How to use the Bing Search API in PHP

Posted by at 14 August, at 13 : 48 PM Print

Bing Logo

Microsoft has a Bing API that allows you to use the Bing search engine on your own website. API stands for Application Programming Interface for those that don’t know, and it’s a way to interact with the Bing service to integrate it with your PHP Web application. It’s pretty easy too.

First we need to understand how the Bing API works. Well, going over the Bing API documentation it appears there are several things going on before, during and after a search request to the Bing API through our Web application:

  • First, we make the request by a standard HTTP GET request. We specify the GET parameters (for example: index.php?parameter=value&another_parameter=another_value). The Bing API responds to the HTTP GET in a number of data formats, including:
    • JSON (JavaScript Object Notation)
    • XML
    • SOAP

    In this example however, we’ll concentrate on a JSON request. For more information about JSON, see this article on it or do a quick Google search.

  • Next, the Bing API responds to the request with a response using JSON. We then use a function to translate the JSON encoded data into PHP arrays for us to work with to display the results to the user.

It’s important to note in order to use the Bing API you need to register for an API key (free, of course) at the Bing Developer Centre. Once you’ve registered you’ll need to use this API key when sending requests to the Bing API through your Web application.

Once you’ve registered and got your API key we can start developing our Bing application immediately. So we’re going to send a request and request a response with the JSON protocol. The Using JSON page has in-depth information about sending requests and subsequent responses from the Bing API using the JSON protocol, so check it out first. Now in a request we’re using many different “classes” in the Bing API (and if you don’t know, the Bing API is object-oriented hence my referral to the word “class” – it simply means different features we can use in the Bing API is split into different sections, such as the SearchRequest class has functions (or “features”) that we use to make a request to the Bing API. The class we always use in a request is the SearchRequest class (as some of the “parameters” required in any type of request are part of the SearchRequest class), which has the following functions:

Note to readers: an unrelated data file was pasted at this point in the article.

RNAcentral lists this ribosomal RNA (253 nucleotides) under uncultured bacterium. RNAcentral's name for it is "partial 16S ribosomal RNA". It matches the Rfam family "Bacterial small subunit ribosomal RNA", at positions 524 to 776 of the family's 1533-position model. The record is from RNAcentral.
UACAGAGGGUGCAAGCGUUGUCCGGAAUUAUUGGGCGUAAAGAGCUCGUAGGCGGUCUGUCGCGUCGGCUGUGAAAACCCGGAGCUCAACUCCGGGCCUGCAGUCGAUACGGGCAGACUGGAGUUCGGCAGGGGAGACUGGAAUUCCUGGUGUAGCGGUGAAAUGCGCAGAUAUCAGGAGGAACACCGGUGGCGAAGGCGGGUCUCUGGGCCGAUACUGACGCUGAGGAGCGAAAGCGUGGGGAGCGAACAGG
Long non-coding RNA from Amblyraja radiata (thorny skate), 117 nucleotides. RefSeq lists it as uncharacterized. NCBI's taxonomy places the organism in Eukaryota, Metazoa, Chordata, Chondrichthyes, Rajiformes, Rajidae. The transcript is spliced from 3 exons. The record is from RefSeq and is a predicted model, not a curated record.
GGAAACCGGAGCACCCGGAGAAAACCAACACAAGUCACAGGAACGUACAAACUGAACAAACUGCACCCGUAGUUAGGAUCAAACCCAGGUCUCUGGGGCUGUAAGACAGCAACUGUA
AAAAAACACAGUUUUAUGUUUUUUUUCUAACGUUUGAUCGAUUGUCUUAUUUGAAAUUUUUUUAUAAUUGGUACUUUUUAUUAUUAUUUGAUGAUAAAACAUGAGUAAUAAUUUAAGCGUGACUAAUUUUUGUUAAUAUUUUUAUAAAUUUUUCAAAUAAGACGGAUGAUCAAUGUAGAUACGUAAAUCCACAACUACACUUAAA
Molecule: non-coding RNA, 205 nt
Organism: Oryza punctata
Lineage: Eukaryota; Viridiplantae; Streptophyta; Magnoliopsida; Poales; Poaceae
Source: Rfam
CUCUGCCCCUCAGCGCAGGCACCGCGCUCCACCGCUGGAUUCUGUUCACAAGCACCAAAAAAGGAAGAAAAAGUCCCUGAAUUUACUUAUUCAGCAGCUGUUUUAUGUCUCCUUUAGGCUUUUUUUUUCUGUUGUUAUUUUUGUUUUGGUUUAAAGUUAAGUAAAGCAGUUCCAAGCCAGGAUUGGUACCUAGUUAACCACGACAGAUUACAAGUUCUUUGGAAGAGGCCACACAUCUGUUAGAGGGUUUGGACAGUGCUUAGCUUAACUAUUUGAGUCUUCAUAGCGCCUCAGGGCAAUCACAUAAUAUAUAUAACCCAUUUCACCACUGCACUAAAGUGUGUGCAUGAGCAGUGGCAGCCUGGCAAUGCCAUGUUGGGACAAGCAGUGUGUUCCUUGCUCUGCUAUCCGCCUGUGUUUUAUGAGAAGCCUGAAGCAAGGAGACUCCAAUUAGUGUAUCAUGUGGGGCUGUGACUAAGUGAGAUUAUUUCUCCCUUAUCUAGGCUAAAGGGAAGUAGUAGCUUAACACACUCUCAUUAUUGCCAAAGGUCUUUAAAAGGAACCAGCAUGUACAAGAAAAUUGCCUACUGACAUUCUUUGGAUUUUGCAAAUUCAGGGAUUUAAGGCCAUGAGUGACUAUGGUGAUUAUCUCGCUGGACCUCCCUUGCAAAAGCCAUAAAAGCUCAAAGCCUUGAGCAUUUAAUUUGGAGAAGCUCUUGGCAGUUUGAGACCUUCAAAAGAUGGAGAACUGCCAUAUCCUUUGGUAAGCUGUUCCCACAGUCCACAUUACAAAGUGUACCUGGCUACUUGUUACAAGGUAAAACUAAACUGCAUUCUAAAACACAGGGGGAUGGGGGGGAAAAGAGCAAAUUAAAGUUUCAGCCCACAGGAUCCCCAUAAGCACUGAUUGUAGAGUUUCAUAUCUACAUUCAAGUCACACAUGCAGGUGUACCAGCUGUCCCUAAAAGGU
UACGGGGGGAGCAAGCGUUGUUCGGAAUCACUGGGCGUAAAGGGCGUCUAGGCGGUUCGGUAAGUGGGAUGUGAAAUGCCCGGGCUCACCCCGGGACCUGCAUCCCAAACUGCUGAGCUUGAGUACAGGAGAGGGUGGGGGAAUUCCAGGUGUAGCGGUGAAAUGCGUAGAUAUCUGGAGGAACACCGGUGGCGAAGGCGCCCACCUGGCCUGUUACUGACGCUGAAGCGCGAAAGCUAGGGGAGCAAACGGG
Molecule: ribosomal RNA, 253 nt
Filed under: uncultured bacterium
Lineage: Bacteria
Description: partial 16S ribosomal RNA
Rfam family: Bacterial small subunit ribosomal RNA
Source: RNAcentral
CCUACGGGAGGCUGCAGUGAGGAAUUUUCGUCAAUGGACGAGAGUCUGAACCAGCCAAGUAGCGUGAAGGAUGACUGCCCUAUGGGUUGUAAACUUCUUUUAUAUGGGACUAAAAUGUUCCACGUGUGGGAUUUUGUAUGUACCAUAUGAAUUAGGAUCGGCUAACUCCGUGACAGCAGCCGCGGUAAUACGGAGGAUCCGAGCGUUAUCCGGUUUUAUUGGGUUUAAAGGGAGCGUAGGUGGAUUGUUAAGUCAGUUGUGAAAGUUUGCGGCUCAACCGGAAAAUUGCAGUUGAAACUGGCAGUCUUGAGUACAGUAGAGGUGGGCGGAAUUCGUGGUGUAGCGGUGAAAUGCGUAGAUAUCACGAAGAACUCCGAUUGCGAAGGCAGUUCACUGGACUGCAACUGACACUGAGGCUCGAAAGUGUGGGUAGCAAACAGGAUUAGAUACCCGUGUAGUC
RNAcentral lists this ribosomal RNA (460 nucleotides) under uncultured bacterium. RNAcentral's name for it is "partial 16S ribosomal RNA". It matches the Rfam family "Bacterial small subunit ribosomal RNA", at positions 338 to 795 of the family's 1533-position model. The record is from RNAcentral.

• AppId – this is how we specify what our API ID is, in order to send a request to the Bing API.
  • Query – the actual URL encoded query we make, usually submitted through a form.
  • Source – what type of request we’re going to make (Bing refers this to SourceType – see the SourceType page for the list of all types of sources we can use – such as Web, Image and so forth).

(If you don’t understand what “classes” are, or object oriented programming, you could make a Google search after this article What is Object Oriented Programming in PHP to learn about object oriented programming in PHP.)

There are the only required functions we have to use as parameters in the GET request from the SearchRequest class. In actual fact, in order to make a request all we need is the Query, the Source and the AppId.
However there are optional “functions” we can use that specify how many results we want Bing to return to us, etc. That explained in a moment. Now if you make a Web SourceType request, bear in mind you will receive responses from many different classes, including:

  • SearchResponse.Version – which displays the version of the Bing API that is dealing with your response. This response is common to all types of SourceType responses.

(Remember, Search Response is a class – the Version bit is part of the SearchResponse class, separated by a period).

  • Query.SearchTerms – the search terms the user made; this response is common to all types of SourceType responses.

The following responses are specific to the Web SourceType responses:

  • WebResult.Url – the URL of the website in a search result